La renaissance de la vallée du Rhône Nord: A Fresh Look at Vineyards of Crozes-Hermitage and St. Josephby Eric Railsback
Things have changed in the Northern Rhône. It used to be all about the “Big Dogg” wines of ‘La Landonne’, ‘La Chapelle’ and ‘Le Meal’. Now it is all about the little vigneron, working his small plot of land less-traveled. Small families once worked the great terroirs of Côte Rôtie and Hermitage to produce wines of place, elegance and intrigue, but many of these great vineyards have been claimed by outsiders, who look at producing wine as a source of income, not as a passion. A depressing outlook; however, there is a lot of life returning to the vineyards of the Northern Rhône valley in unexpected places.
On my first visit to the Northern Rhône 7 years ago, I remember entering the valley and being amazed at how steep the vineyards were. My thoughts drifted to the difficulty of year-round work on such an incline, especially during the grueling harvest season, with a 20 kg basket on one’s back. Upon arrival at my first appointment, Chez Chapoutier, these thoughts were confirmed. I learned that many of the vignerons were getting old, and many small estates could not rely on a younger generation to help with laborious vineyard work. Many had to sell their vineyards to co-operatives, or to outside families with excess cash. In 2006, the Frey family took over the historic and highly regarded Jaboulet estate, which was family owned since 1834—a sign of the times. After hearing many similar stories I could not help but think that the Northern Rhône was a region in decline. Happily, I was just looking in the wrong place at the wrong time. In a weak economy, no one was willing to undertake the expense to start up a new, quality-driven wine project in such an established area. Instead, wine growers turned to the less established areas of St. Joseph, Crozes-Hermitage and Cornas. Whenever I return to the Rhône, I find new producers making exciting wines, as well as older houses reinvigorated with life. Below are some of my favorite houses, each of which belongs among the great names of the Rhone Valley.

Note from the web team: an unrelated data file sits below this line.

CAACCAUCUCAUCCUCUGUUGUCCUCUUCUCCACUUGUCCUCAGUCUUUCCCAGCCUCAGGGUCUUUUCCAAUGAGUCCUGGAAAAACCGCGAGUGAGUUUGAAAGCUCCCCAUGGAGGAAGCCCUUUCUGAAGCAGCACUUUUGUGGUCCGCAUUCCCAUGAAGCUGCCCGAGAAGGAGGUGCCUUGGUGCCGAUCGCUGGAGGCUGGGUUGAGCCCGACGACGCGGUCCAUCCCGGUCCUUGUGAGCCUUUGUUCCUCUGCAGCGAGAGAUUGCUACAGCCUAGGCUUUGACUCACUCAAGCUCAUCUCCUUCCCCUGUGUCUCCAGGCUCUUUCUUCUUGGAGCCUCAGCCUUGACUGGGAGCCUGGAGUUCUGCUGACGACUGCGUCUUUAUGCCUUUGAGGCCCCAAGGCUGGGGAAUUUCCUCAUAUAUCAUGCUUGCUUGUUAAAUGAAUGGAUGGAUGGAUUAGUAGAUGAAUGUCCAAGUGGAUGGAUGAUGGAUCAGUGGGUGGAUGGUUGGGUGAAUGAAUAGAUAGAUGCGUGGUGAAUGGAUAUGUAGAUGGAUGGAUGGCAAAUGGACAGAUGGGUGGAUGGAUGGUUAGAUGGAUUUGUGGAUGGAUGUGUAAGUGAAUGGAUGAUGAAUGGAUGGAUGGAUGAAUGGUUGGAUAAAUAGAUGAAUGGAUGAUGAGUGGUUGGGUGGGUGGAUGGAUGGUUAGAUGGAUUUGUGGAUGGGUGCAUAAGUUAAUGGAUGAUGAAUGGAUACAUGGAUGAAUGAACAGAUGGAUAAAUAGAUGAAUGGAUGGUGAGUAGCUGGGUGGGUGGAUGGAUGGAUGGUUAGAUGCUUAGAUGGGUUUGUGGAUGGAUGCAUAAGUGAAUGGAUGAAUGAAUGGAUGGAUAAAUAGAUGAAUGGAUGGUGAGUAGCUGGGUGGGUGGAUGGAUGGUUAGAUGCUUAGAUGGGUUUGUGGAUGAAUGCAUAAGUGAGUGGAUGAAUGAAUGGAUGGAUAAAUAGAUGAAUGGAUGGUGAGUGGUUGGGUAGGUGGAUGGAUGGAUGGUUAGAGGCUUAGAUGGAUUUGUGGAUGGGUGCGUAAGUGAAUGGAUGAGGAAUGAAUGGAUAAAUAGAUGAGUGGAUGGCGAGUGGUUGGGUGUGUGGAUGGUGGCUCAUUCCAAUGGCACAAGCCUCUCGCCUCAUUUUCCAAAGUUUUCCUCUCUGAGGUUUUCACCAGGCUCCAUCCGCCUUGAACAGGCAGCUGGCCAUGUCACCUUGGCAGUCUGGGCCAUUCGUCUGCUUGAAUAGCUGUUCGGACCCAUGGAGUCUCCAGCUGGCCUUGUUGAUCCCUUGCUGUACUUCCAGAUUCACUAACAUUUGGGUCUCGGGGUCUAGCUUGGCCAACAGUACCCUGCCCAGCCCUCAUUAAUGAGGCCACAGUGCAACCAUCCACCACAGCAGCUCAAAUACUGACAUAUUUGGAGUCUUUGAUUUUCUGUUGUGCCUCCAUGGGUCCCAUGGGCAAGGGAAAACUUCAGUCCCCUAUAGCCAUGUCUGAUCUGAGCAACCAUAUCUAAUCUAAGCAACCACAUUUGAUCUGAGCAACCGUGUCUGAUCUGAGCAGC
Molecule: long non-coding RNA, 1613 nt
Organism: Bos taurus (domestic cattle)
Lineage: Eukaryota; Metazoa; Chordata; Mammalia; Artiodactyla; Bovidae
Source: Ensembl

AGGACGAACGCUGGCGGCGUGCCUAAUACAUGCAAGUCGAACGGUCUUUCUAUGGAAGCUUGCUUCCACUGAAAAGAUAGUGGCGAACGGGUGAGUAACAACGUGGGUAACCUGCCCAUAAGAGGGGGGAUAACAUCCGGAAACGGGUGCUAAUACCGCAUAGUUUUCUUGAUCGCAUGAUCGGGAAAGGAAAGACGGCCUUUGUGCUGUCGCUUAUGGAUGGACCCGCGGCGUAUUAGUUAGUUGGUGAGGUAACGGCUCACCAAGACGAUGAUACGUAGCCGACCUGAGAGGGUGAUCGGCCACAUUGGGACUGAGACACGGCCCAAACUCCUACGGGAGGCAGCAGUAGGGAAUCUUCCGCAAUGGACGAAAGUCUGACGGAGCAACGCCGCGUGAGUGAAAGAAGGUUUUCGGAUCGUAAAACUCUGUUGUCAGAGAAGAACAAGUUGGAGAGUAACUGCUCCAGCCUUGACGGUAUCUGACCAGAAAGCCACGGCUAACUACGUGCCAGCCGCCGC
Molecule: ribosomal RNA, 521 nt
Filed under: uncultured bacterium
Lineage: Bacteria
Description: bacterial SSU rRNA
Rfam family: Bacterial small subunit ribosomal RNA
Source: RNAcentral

Vines on the hillside of Cornasty overlooking the village
Crozes-Hermitage is an appellation of two different terroirs. On the east side of the great Rhône River, small parcels on granite hillsides characterize the first terroir. The second area is located to the south, where sandy stone soils and wire-trained vines tend to yield wines that are easier to drink and less expensive to make. I tend to find the wines of Crozes much more red-fruited, softer, less structured, and less mineral driven as the other appellations; nonetheless, they are delicious and easy to drink.